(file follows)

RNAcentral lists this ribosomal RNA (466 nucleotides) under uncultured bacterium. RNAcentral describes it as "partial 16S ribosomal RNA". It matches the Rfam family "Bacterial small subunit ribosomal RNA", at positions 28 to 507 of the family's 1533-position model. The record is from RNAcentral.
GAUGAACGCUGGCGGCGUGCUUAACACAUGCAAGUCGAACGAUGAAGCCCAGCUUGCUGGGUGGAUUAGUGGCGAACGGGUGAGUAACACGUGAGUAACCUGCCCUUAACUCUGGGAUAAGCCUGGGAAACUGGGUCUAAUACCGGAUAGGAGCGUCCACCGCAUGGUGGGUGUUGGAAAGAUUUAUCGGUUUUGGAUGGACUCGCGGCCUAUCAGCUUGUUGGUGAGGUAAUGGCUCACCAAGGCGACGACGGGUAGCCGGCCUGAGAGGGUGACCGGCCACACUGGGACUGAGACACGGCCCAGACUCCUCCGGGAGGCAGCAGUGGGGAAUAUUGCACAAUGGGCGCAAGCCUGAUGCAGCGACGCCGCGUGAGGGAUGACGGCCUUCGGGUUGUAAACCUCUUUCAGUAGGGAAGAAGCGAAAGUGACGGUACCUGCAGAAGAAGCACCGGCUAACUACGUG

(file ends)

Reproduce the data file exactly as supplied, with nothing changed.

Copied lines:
RNAcentral lists this ribosomal RNA (466 nucleotides) under uncultured bacterium. RNAcentral describes it as "partial 16S ribosomal RNA". It matches the Rfam family "Bacterial small subunit ribosomal RNA", at positions 28 to 507 of the family's 1533-position model. The record is from RNAcentral.
GAUGAACGCUGGCGGCGUGCUUAACACAUGCAAGUCGAACGAUGAAGCCCAGCUUGCUGGGUGGAUUAGUGGCGAACGGGUGAGUAACACGUGAGUAACCUGCCCUUAACUCUGGGAUAAGCCUGGGAAACUGGGUCUAAUACCGGAUAGGAGCGUCCACCGCAUGGUGGGUGUUGGAAAGAUUUAUCGGUUUUGGAUGGACUCGCGGCCUAUCAGCUUGUUGGUGAGGUAAUGGCUCACCAAGGCGACGACGGGUAGCCGGCCUGAGAGGGUGACCGGCCACACUGGGACUGAGACACGGCCCAGACUCCUCCGGGAGGCAGCAGUGGGGAAUAUUGCACAAUGGGCGCAAGCCUGAUGCAGCGACGCCGCGUGAGGGAUGACGGCCUUCGGGUUGUAAACCUCUUUCAGUAGGGAAGAAGCGAAAGUGACGGUACCUGCAGAAGAAGCACCGGCUAACUACGUG